Wednesday, July 20, 2005

FDA warns about 'abortion pill' risk

This is an excellent piece of journalism here! What they are saying here is that 5 people died in 5 years and 4 of those people missused the drug. *Gasp* So one person out of the thousands (probably hundreds of thousands) of women who have used this pill in the last five years, used the pill properly and died. Jesus, 1 in hundreds of thousands! This calls for an inquiry, let's pull the drug!
How about we get some perspective here, that's an excellent safety rating for a drug, more people probably die taking over the counter pain killers each year than the 'abortion pill.' Do we need to compare the safety numbers to actually having an abortion or going through with the pregnancy? Because the plain fact is that if this pill prevents you from getting pregnant (or causes an abortion or whatever), it's much safer than having an abortion, and having an abortion is actually (would you believe it!) safer than 9 months of a pregnancy.
My favourite part of this article is the last example about the ectopic pregnancy, ectopic pregnancy is a very serious condition that can kill you all on it's own, in that case, I'd say the RU-486 is the least of your worries. Imagine this article was about the safety of over the counter pain killers, this is how that would sound, "The other U.S. death associated with Acetominophen was a case of a brain tumour in October 2001. The drug is not to be used by people with suspected or brain tumours, a life-threatening condition yada yada yada...."
The title of the article makes out that RU-486 leads to instant death if you take it, I don't know if it's just to get you to read the article because unsafe drug stories sell or some pro-life anti-choice bull-shit fear-mongering. Perhaps a little from column A and a little from column B.
Wednesday, July 20, 2005 Posted: 1454 GMT (2254 HKT)
WASHINGTON (AP) -- The government warned doctors Tuesday to be on the lookout for rare but deadly infections in women using the so-called abortion pill RU-486, citing two more deaths after its use.
At least five U.S. women have died after taking the pill since it began selling in 2000, although the Food and Drug Administration stressed that it could not prove the drug was to blame.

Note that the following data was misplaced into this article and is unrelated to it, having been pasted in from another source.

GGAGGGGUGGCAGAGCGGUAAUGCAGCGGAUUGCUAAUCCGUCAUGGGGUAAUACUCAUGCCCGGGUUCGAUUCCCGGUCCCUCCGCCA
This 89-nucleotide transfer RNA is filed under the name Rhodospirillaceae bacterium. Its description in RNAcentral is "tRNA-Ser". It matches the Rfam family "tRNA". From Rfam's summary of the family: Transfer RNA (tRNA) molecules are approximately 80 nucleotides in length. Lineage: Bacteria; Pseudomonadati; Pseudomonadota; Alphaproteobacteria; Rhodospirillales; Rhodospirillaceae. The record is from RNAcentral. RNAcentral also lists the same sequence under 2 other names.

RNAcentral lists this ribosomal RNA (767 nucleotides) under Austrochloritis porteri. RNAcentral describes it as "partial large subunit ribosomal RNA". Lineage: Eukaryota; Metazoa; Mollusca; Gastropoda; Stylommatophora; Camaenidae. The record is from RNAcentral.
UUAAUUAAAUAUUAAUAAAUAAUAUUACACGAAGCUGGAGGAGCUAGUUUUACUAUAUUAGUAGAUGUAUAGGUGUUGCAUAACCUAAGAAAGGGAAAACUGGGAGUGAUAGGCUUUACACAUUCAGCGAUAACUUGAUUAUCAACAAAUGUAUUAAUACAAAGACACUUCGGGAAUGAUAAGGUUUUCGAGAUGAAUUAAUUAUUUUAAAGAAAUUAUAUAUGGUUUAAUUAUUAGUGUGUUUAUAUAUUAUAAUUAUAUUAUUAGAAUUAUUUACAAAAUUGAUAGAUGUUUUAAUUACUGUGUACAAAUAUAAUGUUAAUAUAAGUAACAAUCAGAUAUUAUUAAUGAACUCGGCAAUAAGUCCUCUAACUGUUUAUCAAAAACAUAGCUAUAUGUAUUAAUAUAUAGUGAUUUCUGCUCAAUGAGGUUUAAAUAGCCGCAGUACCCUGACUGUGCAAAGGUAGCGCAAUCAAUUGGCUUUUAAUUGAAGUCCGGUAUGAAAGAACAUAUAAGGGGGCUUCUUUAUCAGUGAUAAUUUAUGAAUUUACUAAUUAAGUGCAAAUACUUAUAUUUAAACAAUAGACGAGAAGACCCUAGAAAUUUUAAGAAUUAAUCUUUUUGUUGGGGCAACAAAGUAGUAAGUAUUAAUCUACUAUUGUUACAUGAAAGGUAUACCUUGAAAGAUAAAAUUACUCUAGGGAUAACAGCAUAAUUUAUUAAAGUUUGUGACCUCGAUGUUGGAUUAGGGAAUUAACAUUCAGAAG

But the four deaths caused by bloodstream infections, or sepsis, all occurred in women who didn't follow FDA-approved instructions for a pill-triggered abortion, said agency drug chief Dr. Steven Galson.
"We don't know that this off-label use has caused the deaths," he cautioned.
Still, the FDA issued a public health advisory warning doctors of the possible link and urging them to be on the lookout for infections in women who have used the Mifeprex abortion pill.
Such women may not have typical symptoms of sepsis, such as a fever, Galson stressed.
Tuesday's action comes just eight months after the FDA warned about two sepsis cases associated with Mifeprex, also called RU-486 or mifepristone. Additional sepsis cases were reported to the agency in April and June.
The drug, sold by Danco Laboratories, is approved to terminate pregnancy up to 49 days after the beginning of the last menstrual cycle. It blocks a hormone required to sustain a pregnancy. When followed by another medicine, misoprostol, the pregnancy is terminated.
The FDA's instructions call for women to swallow both pills, but most abortion clinics instead instruct that the misoprostol tablet be inserted into the vagina, Galson said. Studies have shown it can work that way, too.
But the four sepsis deaths, all reported from California, came after this so-called off-label use. Galson couldn't say if the women had inserted the tablet vaginally themselves.
In two of the infections, doctors identified a bacterium called Clostridium sordelli, a common germ not usually associated with illness, he said.
The abortion pill remains safe enough to stay on the market, Galson stressed. The rate of sepsis is about 1 in 100,000 uses of the Mifeprex system, comparable to infection risks with surgical abortions and childbirth.
"There are no alarm bells going off with this rate," he said.
The other U.S. death associated with Mifeprex was a case of a ruptured ectopic, or tubal, pregnancy in October 2001. The drug is not to be used by women with suspected or confirmed ectopic pregnancies, a life-threatening condition in which the fertilized egg has implanted outside the uterus.

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